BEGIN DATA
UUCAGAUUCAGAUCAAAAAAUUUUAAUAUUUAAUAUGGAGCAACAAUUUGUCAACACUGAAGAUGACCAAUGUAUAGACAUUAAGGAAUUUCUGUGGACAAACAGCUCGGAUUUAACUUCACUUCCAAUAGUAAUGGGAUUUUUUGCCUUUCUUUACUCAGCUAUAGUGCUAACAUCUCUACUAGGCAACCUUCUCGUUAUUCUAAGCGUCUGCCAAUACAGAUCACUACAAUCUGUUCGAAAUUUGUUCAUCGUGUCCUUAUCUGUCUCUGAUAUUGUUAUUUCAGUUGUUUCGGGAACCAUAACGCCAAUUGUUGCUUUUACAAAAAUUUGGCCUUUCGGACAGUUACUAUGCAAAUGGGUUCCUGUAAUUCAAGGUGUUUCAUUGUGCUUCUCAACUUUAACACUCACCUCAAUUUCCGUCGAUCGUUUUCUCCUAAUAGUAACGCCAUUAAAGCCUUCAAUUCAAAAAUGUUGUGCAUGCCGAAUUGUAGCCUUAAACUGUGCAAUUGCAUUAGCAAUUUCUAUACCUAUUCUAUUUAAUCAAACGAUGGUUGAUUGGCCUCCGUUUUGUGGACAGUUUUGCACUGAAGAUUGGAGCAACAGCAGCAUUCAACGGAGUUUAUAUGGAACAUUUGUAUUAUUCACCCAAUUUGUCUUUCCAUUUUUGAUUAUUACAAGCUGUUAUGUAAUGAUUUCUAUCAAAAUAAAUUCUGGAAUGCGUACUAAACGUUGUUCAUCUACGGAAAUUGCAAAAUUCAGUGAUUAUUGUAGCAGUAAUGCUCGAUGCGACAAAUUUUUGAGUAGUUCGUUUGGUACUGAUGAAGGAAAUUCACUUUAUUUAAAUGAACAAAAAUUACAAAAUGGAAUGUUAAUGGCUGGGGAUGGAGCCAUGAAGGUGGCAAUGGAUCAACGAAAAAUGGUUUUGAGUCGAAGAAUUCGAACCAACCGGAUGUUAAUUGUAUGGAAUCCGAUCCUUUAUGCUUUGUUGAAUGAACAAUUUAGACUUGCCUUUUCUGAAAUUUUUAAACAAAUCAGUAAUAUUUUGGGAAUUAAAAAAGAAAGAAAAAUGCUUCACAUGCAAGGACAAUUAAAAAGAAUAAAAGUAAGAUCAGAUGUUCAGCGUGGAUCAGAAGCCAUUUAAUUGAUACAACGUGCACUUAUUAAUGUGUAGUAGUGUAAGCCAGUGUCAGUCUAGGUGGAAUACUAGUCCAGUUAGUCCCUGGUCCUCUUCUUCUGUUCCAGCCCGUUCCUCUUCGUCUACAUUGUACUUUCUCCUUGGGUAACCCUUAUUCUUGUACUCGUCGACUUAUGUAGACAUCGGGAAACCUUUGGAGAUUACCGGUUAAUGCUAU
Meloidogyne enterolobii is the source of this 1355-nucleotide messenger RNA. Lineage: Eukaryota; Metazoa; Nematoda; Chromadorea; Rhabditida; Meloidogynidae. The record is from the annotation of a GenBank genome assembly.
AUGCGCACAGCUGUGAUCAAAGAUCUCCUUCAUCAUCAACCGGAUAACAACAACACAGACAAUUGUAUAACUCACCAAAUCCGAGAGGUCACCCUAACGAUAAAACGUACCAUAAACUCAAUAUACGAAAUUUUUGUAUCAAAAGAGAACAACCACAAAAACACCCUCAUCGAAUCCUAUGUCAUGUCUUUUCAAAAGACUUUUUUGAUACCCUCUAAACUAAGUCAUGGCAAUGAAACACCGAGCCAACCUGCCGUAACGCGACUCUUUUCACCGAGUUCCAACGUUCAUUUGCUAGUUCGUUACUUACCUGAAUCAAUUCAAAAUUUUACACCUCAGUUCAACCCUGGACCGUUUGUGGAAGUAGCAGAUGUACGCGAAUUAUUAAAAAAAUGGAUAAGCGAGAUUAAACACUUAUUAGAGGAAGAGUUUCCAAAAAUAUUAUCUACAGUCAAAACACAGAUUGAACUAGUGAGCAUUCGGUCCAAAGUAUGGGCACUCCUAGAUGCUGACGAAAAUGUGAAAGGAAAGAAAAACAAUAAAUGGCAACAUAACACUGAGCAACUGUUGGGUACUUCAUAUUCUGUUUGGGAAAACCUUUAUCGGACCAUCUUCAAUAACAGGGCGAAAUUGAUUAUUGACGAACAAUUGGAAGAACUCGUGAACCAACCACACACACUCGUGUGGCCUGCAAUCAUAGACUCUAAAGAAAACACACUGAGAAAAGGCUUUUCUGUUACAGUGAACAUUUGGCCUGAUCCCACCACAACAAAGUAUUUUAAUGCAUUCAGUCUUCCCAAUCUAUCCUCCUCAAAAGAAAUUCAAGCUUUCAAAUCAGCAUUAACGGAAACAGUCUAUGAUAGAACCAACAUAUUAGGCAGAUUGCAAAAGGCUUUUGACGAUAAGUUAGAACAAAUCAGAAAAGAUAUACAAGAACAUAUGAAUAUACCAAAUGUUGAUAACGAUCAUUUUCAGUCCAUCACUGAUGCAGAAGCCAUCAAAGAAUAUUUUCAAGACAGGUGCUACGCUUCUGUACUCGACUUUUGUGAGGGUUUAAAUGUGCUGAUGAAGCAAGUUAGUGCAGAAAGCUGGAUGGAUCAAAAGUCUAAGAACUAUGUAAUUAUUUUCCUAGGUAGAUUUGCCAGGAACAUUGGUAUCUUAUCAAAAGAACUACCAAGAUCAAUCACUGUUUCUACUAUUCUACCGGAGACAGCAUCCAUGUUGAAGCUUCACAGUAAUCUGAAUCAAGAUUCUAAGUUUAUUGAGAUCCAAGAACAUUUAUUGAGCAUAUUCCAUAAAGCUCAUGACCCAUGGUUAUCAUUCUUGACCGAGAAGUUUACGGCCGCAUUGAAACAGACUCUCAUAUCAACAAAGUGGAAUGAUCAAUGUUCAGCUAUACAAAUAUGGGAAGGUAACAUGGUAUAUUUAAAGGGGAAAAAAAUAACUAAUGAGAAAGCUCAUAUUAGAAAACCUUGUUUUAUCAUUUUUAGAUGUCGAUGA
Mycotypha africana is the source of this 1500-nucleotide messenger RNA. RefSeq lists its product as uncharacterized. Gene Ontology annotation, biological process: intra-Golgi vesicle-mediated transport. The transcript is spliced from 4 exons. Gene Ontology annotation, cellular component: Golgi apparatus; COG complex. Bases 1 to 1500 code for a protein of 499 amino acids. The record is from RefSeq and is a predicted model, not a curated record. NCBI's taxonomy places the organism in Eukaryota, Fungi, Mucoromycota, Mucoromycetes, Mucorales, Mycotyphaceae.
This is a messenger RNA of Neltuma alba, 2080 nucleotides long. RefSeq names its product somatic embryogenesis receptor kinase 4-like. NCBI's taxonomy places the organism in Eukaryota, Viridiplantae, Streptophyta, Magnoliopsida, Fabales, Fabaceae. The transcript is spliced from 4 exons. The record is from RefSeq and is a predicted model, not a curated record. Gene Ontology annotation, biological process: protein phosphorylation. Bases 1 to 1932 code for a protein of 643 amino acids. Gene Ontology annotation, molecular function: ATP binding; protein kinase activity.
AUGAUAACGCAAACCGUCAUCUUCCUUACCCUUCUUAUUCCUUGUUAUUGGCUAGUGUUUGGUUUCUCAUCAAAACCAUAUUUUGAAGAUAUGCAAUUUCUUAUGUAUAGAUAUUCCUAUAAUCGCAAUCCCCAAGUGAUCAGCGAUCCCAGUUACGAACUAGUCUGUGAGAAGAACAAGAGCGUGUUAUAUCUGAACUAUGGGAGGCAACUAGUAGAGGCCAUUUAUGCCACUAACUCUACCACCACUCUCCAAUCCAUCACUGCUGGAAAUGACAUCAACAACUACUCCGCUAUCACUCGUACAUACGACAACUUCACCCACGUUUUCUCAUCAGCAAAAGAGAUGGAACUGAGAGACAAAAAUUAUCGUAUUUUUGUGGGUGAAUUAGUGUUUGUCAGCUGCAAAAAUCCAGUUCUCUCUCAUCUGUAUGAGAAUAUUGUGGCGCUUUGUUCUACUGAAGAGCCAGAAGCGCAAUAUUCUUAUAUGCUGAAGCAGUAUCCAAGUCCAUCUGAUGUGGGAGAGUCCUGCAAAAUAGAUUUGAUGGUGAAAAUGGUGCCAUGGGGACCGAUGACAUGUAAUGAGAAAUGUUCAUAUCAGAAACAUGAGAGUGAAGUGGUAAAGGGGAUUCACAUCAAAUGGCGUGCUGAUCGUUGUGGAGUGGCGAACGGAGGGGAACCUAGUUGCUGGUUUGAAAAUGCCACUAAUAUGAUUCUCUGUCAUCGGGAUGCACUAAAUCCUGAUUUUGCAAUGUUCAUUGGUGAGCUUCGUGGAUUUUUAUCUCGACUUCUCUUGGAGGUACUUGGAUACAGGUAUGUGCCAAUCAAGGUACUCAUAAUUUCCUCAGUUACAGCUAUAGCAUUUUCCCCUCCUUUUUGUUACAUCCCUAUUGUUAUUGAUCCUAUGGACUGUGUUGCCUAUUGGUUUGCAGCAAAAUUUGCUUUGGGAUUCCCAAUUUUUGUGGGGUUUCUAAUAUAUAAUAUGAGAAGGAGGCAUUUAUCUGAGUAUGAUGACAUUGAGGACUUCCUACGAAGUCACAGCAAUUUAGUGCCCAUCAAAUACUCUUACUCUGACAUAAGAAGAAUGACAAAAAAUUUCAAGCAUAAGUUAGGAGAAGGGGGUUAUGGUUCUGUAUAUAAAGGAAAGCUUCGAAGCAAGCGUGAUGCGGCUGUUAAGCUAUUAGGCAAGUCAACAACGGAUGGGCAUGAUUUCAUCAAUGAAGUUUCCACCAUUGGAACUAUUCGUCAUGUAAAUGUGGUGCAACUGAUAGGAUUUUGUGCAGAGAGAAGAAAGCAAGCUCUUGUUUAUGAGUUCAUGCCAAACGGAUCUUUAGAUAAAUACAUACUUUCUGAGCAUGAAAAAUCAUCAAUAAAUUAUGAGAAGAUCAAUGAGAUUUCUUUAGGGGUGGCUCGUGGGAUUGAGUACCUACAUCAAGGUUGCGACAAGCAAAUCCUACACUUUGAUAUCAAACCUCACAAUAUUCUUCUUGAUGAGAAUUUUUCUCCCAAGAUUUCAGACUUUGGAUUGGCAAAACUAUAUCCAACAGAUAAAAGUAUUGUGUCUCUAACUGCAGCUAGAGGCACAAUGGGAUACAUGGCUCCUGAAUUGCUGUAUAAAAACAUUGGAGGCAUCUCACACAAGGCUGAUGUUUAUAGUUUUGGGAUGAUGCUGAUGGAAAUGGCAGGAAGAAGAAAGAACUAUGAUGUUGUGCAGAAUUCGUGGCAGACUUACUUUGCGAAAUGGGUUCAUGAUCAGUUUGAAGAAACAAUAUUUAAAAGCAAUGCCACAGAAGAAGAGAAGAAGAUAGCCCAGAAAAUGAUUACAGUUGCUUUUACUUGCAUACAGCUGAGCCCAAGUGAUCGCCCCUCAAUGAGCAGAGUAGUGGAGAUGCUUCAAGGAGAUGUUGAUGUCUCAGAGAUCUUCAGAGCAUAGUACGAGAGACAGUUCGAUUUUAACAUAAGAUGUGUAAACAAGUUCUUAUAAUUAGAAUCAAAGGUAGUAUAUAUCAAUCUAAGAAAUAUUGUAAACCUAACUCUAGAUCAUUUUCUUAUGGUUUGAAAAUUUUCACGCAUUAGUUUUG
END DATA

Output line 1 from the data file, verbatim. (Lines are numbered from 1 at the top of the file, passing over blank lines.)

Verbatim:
UUCAGAUUCAGAUCAAAAAAUUUUAAUAUUUAAUAUGGAGCAACAAUUUGUCAACACUGAAGAUGACCAAUGUAUAGACAUUAAGGAAUUUCUGUGGACAAACAGCUCGGAUUUAACUUCACUUCCAAUAGUAAUGGGAUUUUUUGCCUUUCUUUACUCAGCUAUAGUGCUAACAUCUCUACUAGGCAACCUUCUCGUUAUUCUAAGCGUCUGCCAAUACAGAUCACUACAAUCUGUUCGAAAUUUGUUCAUCGUGUCCUUAUCUGUCUCUGAUAUUGUUAUUUCAGUUGUUUCGGGAACCAUAACGCCAAUUGUUGCUUUUACAAAAAUUUGGCCUUUCGGACAGUUACUAUGCAAAUGGGUUCCUGUAAUUCAAGGUGUUUCAUUGUGCUUCUCAACUUUAACACUCACCUCAAUUUCCGUCGAUCGUUUUCUCCUAAUAGUAACGCCAUUAAAGCCUUCAAUUCAAAAAUGUUGUGCAUGCCGAAUUGUAGCCUUAAACUGUGCAAUUGCAUUAGCAAUUUCUAUACCUAUUCUAUUUAAUCAAACGAUGGUUGAUUGGCCUCCGUUUUGUGGACAGUUUUGCACUGAAGAUUGGAGCAACAGCAGCAUUCAACGGAGUUUAUAUGGAACAUUUGUAUUAUUCACCCAAUUUGUCUUUCCAUUUUUGAUUAUUACAAGCUGUUAUGUAAUGAUUUCUAUCAAAAUAAAUUCUGGAAUGCGUACUAAACGUUGUUCAUCUACGGAAAUUGCAAAAUUCAGUGAUUAUUGUAGCAGUAAUGCUCGAUGCGACAAAUUUUUGAGUAGUUCGUUUGGUACUGAUGAAGGAAAUUCACUUUAUUUAAAUGAACAAAAAUUACAAAAUGGAAUGUUAAUGGCUGGGGAUGGAGCCAUGAAGGUGGCAAUGGAUCAACGAAAAAUGGUUUUGAGUCGAAGAAUUCGAACCAACCGGAUGUUAAUUGUAUGGAAUCCGAUCCUUUAUGCUUUGUUGAAUGAACAAUUUAGACUUGCCUUUUCUGAAAUUUUUAAACAAAUCAGUAAUAUUUUGGGAAUUAAAAAAGAAAGAAAAAUGCUUCACAUGCAAGGACAAUUAAAAAGAAUAAAAGUAAGAUCAGAUGUUCAGCGUGGAUCAGAAGCCAUUUAAUUGAUACAACGUGCACUUAUUAAUGUGUAGUAGUGUAAGCCAGUGUCAGUCUAGGUGGAAUACUAGUCCAGUUAGUCCCUGGUCCUCUUCUUCUGUUCCAGCCCGUUCCUCUUCGUCUACAUUGUACUUUCUCCUUGGGUAACCCUUAUUCUUGUACUCGUCGACUUAUGUAGACAUCGGGAAACCUUUGGAGAUUACCGGUUAAUGCUAU